Motherless Mothers: The Lived Experiences of Maternally Bereaved Women in Their Everyday Roles as Mothers Summary of Results
Bethwyn Rowe Edith Cowan University June, 2011
“I would like to extend a special thank you to the ten wonderful women who voluntarily participated in this study, and gave up their time to talk to me about their experiences of mother loss and motherless motherhood”
Overview Motherless mothers are women who lose their mothers to death prior to having their children, and therefore raise their children without the maternal support and guidance afforded to many women whose mothers are still alive. Little research exists that has examined the influence of premature mother loss on a daughter’s mother role, therefore this study aimed to address this gap. Specifically, this study explored how the death of a daughter’s mother prior to her having her children, influences her everyday lived experience of the mother role.
Participants This study utilised a qualitative approach, and involved face-to-face interviews with 10 motherless mothers. Participants were recruited via flyers placed on noticeboards at Child Health Clinics and playgroups in the northern suburbs of Perth, Western Australia; through an article published in a northern suburbs community newspaper, and also word of mouth. To be included in the study, the women were required to have been maternally bereaved prior to the conception of their eldest child, and their eldest child was to be aged ten years or less. Participants ranged in age from 34 to 45 years, had between one and four children each, and all were partnered or married.
Results Four major themes emerged from the data that reflected the experiences faced by participants in their everyday lives as motherless mothers. These were: Grief
The study highlighted that grief over their mothers’ deaths was an ongoing process for the motherless mothers. Whilst no longer consistent or allconsuming, many of the participants’ described experiencing periodic resurgences of grief, particularly since having their children as their mothers’ absence was no longer related just to themselves but to the absence of a maternal grandmother in their children’s lives as well. Furthermore, many motherless mothers demonstrated a desire to maintain connections with their deceased mothers, utilising a variety of strategies to ensure the memories of their mothers were kept alive within their current family units. Support A second component of the motherless mother role was support; specifically the absence of maternal grandmothers as sources of support and the alternate sources of support that were available. Absence of maternal grandmother support was described as a major component of the motherless mother role as this support was considered unique and specific to mother-daughter connection. Furthermore, the strengths of female kinship networks were highlighted as the majority of motherless mothers identified their sisters or maternal aunts as their primary alternate support persons. Absence of Knowledge The study also highlighted an absence of knowledge as a unique component of the motherless mother role. Motherless mothers described lacking information about themselves and their families that only their mothers knew. Furthermore, during their transition to motherhood, many motherless mothers sought, but were unable to access, information specific to their feminine roots, including details of their mothers’ pregnancies and childbirth experiences. An interesting finding was the absence of access to everyday advice motherless mothers felt was specific to mother-daughter connection. For the majority of participants, the inability to ask simple,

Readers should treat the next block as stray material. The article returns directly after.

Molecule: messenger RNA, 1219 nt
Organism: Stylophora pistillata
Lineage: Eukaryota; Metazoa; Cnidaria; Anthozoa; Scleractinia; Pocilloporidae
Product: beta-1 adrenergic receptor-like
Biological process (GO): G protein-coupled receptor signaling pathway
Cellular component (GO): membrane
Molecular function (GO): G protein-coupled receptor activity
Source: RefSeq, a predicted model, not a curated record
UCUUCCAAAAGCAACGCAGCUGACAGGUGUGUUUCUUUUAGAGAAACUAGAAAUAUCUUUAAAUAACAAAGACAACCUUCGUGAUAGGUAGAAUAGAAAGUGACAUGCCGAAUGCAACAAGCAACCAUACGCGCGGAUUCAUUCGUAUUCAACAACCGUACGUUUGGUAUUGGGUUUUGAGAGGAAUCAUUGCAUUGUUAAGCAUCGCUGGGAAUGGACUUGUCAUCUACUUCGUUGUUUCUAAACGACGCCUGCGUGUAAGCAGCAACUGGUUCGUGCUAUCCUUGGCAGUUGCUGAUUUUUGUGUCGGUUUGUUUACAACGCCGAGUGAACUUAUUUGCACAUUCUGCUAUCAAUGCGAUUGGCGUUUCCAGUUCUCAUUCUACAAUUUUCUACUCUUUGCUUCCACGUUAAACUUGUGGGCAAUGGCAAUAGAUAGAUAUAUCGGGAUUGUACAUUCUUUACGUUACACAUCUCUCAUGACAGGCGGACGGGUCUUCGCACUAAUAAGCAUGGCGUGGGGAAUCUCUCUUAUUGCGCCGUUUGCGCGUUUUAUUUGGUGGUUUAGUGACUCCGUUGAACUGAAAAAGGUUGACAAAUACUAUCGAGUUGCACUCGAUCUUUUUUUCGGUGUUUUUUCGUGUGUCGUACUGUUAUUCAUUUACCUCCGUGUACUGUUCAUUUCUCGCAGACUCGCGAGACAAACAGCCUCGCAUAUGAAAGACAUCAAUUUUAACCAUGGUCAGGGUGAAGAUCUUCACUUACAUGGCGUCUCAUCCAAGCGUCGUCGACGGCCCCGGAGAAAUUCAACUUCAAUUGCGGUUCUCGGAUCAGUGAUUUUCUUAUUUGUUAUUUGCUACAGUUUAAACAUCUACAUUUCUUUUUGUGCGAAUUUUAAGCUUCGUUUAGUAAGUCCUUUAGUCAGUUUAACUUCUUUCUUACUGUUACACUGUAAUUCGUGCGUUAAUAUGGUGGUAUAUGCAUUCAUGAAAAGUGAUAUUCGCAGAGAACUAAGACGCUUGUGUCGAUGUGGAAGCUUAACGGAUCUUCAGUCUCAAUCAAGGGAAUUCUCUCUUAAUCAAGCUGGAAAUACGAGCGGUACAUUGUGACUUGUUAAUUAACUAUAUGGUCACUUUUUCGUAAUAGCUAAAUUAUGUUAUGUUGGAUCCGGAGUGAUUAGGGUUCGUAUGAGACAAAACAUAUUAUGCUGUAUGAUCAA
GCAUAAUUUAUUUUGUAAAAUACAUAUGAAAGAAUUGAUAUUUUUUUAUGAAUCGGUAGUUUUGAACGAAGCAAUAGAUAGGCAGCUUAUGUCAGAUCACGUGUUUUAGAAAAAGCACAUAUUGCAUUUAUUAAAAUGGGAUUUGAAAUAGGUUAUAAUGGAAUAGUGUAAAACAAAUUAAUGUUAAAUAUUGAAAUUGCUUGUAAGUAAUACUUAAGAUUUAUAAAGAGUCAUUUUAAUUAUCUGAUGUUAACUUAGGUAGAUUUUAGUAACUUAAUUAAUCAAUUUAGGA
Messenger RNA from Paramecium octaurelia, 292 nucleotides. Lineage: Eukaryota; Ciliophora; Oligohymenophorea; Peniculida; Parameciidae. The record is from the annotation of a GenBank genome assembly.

everyday questions of their mothers was a notable component of their everyday motherless mother role. Changes to Self Following Mother Loss The final key component of the motherless mother experience highlighted by this study was in relation to the impact of mother loss on daughters’ personal identities. Specifically, many of the motherless mothers described how the loss of their primary caregiver had resulted in them having to ‘grow up’ virtually overnight, and how their experience of major loss had increased their awareness of mortality. In line with literature relating to posttraumatic growth, the majority of motherless mothers also identified positive personal changes that had occurred as a result of their loss, specifically increased emotional strength and a reassessment of personal values.
Summary Statement Collectively, the findings of this study provide insight into the ongoing influence a mother’s death can have on a daughter’s life and draw distinction to specific issues faced by motherless daughters when they have children of their own. Results will be beneficial both in increasing general awareness of the issues faced by motherless women in their mother roles, and in professional settings as a guide for clinicians and others working with women who have experienced premature mother loss and are entering or experiencing motherhood.
Researcher Details The examination of the lived experiences of motherless mothers was conducted in 2010 by Bethwyn Rowe as partial fulfilment of the award of Bachelor of Psychology (Honours) at Edith Cowan University. For more information relating to this study, Bethwyn can be emailed at firstname.lastname@example.org or contacted directly on 0419 904 896.